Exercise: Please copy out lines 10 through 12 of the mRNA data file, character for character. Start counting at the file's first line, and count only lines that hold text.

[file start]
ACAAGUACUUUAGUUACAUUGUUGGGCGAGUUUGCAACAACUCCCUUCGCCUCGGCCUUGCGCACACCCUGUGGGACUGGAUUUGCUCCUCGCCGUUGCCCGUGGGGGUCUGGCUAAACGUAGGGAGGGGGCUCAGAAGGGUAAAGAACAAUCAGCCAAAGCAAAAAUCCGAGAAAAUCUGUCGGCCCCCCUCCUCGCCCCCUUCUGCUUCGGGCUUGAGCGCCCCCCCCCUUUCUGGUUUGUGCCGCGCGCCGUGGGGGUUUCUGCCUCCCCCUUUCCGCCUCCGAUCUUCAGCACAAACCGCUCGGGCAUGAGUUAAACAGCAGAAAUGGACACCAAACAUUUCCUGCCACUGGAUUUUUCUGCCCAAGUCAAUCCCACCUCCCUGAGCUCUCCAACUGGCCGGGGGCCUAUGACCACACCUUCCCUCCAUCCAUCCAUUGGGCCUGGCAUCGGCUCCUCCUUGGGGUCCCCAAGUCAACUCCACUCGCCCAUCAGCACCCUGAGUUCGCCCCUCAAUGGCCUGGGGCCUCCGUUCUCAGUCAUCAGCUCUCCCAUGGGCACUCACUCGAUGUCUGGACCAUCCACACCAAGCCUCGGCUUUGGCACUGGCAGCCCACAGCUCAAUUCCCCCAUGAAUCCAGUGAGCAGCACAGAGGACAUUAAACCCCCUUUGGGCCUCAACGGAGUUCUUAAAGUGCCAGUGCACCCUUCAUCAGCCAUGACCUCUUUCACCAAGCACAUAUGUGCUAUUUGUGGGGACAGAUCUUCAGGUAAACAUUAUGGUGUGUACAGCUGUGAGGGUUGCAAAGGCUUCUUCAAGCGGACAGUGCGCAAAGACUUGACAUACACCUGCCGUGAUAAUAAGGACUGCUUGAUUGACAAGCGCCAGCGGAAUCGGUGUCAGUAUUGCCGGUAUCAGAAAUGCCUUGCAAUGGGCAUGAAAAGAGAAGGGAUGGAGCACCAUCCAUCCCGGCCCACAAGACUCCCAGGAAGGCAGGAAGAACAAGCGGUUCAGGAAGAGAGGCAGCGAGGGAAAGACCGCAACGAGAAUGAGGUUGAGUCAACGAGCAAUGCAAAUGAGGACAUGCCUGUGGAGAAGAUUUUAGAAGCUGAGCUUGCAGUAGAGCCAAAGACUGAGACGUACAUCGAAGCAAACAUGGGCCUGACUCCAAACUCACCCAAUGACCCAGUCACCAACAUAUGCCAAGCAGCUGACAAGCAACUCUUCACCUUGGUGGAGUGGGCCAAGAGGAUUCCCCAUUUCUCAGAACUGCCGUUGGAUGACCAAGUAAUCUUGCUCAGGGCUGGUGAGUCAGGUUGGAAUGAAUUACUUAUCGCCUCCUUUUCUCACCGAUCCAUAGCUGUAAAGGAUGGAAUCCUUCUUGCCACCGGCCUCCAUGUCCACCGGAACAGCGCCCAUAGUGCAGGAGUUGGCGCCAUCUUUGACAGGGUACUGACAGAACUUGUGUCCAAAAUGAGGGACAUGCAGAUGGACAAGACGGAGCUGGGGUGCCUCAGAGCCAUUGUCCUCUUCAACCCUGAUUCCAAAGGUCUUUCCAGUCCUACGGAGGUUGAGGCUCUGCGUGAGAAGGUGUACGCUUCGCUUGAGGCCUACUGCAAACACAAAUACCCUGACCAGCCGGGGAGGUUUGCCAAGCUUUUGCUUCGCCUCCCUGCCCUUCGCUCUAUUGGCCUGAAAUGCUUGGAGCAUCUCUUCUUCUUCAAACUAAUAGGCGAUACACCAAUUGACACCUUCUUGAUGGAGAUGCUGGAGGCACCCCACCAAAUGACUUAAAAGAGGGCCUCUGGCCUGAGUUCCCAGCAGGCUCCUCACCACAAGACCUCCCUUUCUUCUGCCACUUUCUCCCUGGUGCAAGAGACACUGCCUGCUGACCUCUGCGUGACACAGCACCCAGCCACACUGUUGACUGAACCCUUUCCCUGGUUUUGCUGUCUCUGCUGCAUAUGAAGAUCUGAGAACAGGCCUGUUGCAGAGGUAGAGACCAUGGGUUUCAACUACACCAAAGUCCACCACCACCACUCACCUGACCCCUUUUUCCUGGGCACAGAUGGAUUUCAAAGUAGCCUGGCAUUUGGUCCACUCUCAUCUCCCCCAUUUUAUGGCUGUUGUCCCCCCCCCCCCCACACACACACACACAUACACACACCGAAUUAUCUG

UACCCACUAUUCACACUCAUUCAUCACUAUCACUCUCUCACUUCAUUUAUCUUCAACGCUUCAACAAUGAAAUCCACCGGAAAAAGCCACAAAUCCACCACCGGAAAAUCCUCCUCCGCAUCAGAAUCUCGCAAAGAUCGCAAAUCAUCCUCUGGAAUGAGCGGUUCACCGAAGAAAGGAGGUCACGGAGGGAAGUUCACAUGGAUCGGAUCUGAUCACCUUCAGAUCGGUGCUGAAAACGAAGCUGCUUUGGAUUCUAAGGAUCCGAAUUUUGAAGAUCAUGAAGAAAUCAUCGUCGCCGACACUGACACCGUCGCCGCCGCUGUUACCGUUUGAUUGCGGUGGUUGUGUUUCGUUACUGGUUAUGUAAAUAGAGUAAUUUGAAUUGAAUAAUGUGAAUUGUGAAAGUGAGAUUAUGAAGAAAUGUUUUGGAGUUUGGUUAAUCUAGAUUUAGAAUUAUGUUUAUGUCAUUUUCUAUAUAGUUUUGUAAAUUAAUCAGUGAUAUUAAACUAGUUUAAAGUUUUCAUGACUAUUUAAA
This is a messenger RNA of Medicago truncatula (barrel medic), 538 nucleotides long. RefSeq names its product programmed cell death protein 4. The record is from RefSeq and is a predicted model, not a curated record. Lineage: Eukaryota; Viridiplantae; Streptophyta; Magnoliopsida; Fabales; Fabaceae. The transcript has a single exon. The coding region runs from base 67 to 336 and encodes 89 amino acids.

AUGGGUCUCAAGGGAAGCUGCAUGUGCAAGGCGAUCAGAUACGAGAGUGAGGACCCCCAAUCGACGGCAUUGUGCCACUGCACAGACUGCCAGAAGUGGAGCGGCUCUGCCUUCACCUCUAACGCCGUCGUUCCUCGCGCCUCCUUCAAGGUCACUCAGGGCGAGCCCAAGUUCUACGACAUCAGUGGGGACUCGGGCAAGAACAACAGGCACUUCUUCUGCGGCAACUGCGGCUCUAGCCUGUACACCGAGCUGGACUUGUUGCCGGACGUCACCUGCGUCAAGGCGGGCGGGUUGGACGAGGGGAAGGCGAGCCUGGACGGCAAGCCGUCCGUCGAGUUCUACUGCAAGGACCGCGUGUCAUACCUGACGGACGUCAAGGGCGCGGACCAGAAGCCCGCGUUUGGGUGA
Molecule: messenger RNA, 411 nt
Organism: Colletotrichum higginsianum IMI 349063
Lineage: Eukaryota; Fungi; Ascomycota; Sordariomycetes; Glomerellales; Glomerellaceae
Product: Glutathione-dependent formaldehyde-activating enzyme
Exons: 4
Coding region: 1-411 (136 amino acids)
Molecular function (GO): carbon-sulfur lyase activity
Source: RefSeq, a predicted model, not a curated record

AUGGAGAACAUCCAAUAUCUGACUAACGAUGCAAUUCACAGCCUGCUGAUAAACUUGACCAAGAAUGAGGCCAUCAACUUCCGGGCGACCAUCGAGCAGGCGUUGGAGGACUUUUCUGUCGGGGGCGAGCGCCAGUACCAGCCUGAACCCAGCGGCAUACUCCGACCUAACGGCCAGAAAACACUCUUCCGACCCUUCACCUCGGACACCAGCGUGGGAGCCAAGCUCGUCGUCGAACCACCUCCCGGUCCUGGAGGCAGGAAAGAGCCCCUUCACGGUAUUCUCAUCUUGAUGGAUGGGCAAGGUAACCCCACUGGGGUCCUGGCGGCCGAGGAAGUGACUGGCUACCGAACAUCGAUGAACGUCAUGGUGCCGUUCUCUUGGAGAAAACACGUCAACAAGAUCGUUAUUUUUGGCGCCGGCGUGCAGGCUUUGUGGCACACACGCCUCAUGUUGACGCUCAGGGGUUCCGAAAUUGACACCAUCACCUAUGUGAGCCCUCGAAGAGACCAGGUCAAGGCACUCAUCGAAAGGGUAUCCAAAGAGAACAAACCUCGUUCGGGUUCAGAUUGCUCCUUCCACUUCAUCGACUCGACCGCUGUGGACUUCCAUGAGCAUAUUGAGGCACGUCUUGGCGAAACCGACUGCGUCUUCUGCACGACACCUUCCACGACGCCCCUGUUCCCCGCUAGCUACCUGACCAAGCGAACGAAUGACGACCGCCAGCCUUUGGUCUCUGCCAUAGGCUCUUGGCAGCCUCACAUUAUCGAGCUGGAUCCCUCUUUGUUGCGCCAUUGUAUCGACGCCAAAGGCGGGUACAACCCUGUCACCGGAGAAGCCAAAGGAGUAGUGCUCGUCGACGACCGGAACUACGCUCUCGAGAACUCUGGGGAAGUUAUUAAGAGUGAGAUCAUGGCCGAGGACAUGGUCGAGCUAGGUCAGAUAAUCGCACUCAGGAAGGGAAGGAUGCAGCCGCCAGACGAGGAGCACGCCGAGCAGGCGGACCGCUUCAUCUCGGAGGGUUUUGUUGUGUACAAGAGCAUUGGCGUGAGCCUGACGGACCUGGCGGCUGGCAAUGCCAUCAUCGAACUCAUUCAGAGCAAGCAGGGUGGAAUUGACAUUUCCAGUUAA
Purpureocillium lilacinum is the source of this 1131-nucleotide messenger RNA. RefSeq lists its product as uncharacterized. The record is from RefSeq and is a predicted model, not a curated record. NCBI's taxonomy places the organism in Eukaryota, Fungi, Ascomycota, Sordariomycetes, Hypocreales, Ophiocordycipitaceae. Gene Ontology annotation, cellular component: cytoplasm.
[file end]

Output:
Coding region: 1-411 (136 amino acids)
Molecular function (GO): carbon-sulfur lyase activity
Source: RefSeq, a predicted model, not a curated record